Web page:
a “TRIM Notice,” the notice reflects what the property taxes are likely to be on the November property tax bill.
Every August, the Office of the Property Appraiser mails a Notice of Proposed Property Taxes to all property owners. Also known as a “TRIM Notice,” the notice reflects what the property taxes are likely to be on the November property tax bill.
A number of factors can come into play when it comes to determining if the proposed taxes are a fair estimate. For example, failure to recognize the recent slowdown in the real estate market could mean the tax estimate is higher than it should be. To ward against paying more than their fair share of taxes, property owners have the option to petition for an appeal. And condo owners have a unique opportunity where tax appeals are concerned.
Florida law allows condominium association Boards to file a joint petition for property tax appeal to cover all units in the building. In theory, if one unit in the building receives a TRIM Notice with unfairly high property taxes, then chances are the other units did also. Thus, filing a single petition is an efficient way for associations to ensure their owners are not overpaying property taxes. For those unit owners that do not wish to participate, Florida law provides a simple process for opting out of the joint tax appeal.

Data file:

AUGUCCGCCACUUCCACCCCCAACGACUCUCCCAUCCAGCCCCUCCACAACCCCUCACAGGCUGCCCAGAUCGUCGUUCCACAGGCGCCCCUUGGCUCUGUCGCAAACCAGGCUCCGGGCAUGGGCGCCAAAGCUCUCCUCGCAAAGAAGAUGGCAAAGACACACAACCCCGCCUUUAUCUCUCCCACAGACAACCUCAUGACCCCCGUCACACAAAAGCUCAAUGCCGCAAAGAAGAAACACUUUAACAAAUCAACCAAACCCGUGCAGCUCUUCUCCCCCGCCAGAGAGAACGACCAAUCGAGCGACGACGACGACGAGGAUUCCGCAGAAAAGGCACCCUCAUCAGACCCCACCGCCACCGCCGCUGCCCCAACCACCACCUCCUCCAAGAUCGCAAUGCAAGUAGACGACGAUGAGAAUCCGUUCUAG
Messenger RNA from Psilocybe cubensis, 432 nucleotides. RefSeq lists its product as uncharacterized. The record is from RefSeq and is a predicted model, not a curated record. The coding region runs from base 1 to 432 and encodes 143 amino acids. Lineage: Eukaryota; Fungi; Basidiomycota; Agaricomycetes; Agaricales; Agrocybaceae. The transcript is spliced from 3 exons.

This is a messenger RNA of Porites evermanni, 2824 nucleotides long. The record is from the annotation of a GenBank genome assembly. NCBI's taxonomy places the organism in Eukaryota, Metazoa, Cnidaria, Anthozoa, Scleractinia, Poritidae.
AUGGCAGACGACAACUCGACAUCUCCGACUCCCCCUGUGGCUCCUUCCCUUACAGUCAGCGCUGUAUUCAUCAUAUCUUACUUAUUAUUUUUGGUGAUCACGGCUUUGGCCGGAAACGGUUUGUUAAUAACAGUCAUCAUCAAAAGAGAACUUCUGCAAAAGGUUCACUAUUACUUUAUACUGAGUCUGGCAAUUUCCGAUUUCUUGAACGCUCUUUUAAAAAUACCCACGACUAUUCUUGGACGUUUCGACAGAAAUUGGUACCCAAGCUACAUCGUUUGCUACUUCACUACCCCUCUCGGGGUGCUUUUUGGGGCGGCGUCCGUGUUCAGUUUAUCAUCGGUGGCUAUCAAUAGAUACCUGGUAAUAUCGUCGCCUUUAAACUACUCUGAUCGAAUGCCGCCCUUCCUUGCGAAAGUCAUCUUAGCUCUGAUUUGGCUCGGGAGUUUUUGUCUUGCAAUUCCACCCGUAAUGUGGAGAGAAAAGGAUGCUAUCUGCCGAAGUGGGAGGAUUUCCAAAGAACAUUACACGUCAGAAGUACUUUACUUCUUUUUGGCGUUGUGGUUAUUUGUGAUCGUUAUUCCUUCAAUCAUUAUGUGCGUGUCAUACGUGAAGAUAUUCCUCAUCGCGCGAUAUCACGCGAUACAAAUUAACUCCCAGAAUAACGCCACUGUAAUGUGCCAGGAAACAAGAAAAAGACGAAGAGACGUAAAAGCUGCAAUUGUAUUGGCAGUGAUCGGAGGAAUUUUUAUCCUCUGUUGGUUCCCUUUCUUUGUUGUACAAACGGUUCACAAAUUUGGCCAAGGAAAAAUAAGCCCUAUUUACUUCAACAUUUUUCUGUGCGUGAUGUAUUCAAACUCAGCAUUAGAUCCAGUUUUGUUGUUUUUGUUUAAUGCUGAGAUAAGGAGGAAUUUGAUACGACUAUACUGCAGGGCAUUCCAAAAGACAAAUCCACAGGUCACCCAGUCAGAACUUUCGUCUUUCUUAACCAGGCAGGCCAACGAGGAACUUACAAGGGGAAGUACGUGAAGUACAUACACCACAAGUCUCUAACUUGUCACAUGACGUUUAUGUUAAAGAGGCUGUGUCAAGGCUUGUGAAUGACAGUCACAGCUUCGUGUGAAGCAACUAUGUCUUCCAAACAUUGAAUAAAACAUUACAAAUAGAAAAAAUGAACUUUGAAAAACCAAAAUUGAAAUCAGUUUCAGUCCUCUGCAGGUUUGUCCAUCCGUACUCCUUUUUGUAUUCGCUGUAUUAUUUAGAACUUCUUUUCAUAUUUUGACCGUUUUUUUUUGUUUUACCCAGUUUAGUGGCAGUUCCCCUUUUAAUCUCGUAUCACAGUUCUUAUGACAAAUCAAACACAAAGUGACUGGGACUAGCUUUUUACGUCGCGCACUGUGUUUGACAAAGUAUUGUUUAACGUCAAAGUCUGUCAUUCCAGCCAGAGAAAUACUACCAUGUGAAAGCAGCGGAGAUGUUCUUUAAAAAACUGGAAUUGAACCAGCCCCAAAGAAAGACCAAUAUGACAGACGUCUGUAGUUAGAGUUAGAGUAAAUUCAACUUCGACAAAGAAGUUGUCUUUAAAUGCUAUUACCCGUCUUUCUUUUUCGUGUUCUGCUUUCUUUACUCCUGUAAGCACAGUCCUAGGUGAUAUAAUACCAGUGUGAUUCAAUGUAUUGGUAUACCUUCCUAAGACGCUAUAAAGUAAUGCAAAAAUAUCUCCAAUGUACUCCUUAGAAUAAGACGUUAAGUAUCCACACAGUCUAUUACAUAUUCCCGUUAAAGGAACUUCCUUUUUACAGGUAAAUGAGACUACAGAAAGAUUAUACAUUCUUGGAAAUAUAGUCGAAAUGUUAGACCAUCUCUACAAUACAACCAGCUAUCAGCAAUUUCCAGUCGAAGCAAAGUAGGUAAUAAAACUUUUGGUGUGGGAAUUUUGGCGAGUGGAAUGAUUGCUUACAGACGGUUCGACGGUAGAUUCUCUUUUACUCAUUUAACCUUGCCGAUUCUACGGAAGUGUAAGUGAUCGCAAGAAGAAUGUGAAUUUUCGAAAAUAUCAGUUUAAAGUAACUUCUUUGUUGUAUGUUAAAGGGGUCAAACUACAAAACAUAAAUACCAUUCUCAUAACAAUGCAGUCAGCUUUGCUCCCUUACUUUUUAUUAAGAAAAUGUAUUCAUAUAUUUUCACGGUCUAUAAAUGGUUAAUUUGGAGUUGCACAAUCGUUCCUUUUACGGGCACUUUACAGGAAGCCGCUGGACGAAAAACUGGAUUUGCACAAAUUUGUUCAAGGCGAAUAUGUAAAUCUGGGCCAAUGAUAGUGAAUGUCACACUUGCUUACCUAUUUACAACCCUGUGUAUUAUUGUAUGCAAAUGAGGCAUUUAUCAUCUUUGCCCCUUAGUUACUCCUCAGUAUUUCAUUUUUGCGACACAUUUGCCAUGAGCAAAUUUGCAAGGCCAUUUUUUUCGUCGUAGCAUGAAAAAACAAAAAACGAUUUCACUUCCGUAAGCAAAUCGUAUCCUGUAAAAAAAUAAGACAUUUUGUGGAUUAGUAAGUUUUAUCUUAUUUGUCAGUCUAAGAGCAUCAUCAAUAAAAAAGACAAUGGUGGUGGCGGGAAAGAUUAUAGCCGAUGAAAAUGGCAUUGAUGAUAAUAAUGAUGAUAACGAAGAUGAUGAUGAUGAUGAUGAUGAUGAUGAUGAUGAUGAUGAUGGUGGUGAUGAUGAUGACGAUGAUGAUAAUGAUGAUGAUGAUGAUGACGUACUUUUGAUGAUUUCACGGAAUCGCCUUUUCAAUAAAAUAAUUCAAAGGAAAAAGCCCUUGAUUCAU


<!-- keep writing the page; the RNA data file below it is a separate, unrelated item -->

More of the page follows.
In Miami-Dade and Broward counties, the filing deadline for these joint appeals is fast approaching – Monday, September 19th – so now is the time to protect your property owners and make sure they are not paying more than their fair share of property taxes.
If the appeal is successful and a tax reduction is granted, the tax collector will issue a refund directly to whomever paid the unit’s property taxes (i.e., the unit owner or the owner’s lender, if they have a mortgage and escrow such tax amounts).
Community associations may wish to consult a firm that specializes in property tax abatement as they are uniquely equipped to handle these appeals. The good news is the entire process is very low risk as these firms work on a contingency fee basis. This means they only bill the client if they receive a refund, and they bill each individual unit owner directly so that there is no liability or payments due by your association.Tags: Budgets & Finance, Condo & HOA Accounting, Law & Legal